Amen to that. And it very exhausting, especially since most of his arguments which he still puls out have already been answered.

    As a matter of fact, many of the arguments he mentions ARE ACTUALLY CONSIDERED OUT OF DATE BY THE MORE INFORMED SKEPTICS OF CHRISTIANITY AND THEY DON’T EVEN TOUCH THEM BECAUSE THEY KNOW THE FALLACY OF USING THEM.

  33. Eric Kemp Says:

    Kris

    Well done sir!

    “Some of the alleged “Contradictions” he brings up are ones you answered in you post. Since he brings them up that leads me to believe that he didn’t read it in the first place.”

    They’re just from some atheistic Biblical critic website, listed for easy access. He hasn’t actually looked into any of these “contradictions”, he wants to believe them because they suit his worldview.

    “As a matter of fact, many of the arguments he mentions ARE ACTUALLY CONSIDERED OUT OF DATE BY THE MORE INFORMED SKEPTICS OF CHRISTIANITY AND THEY DON’T EVEN TOUCH THEM BECAUSE THEY KNOW THE FALLACY OF USING THEM.”

    Ironic isn’t it? At least I have lots of fodder for a “Contradictions” article series.

  34. Gstudent Says:

    “You may think that this is rational, but every one will see it for what it is, a cop out and an excuse. You’re still doing a swell job of evading any rational discussion, keep it up.

    I don’t have to manufacture persecution, you said, “No logic or examples of contradiction will ever change his mind.” This is calling me irrational, illogical and stupid. If you want to hide behind semantics, go ahead, but I see what you’re doing for what it is.”

    Thank you for illustrating my point.

  35. thewordofme Says:

    One for the road guys.

    “Consider the difference between Acts and Matthew on when the field of Akeldama was purchased. According to Acts 1:18,19, Judas Iscariot bought the field with the thirty pieces of silver which he received for betraying Christ. Shortly thereafter he died in the field, “so they called that field in their language Akeldama, that is, Field of Blood”

    On the other hand, according to Matthew 27:3-10, the remorseful Judas threw the thirty pieces of silver into the temple and then hanged himself. The chief priests could not put the silver into the treasury, since it was “blood money” (Matt. 27:6). “So they decided to use the money to buy the potter’s field as a burial place for foreigners. That is why it has been called the Field of Blood to this day”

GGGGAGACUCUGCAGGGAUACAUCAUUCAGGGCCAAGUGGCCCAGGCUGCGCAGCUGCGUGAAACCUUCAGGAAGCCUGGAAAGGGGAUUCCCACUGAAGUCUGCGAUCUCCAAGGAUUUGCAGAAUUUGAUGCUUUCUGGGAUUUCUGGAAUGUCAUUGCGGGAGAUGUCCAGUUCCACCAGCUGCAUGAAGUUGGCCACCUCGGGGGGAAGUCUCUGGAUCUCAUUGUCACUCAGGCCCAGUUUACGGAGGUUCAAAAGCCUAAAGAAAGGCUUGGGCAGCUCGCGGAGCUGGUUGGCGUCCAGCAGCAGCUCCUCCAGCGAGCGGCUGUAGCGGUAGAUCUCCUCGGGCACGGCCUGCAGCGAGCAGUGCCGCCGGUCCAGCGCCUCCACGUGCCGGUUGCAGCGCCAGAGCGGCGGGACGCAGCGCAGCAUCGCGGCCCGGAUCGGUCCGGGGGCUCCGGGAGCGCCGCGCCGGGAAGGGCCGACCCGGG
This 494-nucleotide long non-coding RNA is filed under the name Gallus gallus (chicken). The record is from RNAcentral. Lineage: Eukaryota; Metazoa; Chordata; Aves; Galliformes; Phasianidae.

The chronological question is apparent: Did Judas buy the field before he died, or did the chief priests buy the field after he died?

    twom

  36. Eric Kemp Says:

    thewordofme

    Sorry, brother, no one here is taking you seriously anymore. You don’t form arguments, or support the statements you’ve made after being challenged, you just regurgitate what you’ve been taught. But, don’t worry, the second you come back with a rational argument, I’ll be right there with you.

  37. Eric Kemp Says:

    Gstudent

    If you had ever made a point through all your shuck and jive, I’d be following you right now.

  38. Gstudent Says:

    Hey, it’s your blog! Feel free to keep up the attacks on whoever you want.

  39. Price Says:

    I think you missed some of the most fundamental contradictions, particularly those concerning the nature and characteristics of God.

    Namely, as a literalist, you must subscribe to the belief that information can be withheld from God, or that God must inquire about certain things. But, you must also believe he is all-knowing.

    Others, the story of Michal, daughter of Saul in Samuels. It is said that she never had a child; and that she had five children. That is a logical contradiction.

    Also in Samuel, Samuel’s first born son is Joel. But in Chronicles, his first born son is apparently Vashni.

    In Chronicles, Saul and his whole family die together. But in Samuel, only Saul died and his son was the made King.

    In Timothy, it is said that scripture is the word of God; but in Corinthians, it is said that it is not.

    In Luke, blasphemy is an unforgivable sin; but in Acts, it is said there are no unforgivable sins.

    In Acts, Judas took the silver given to him and bought a field. In Matthew, Judas threw the silver to the ground and immediately went to hang himself.

  40. Eric Kemp Says:

    Price

    Real quick.

    “Namely, as a literalist, you must subscribe to the belief that information can be withheld from God, or that God must inquire about certain things. But, you must also believe he is all-knowing.”

    Can you explain why this must be true?

    And can you give chapter and verse for all those “contradictions” so that I may respond?

  41. Eric Kemp Says:

    Gstudent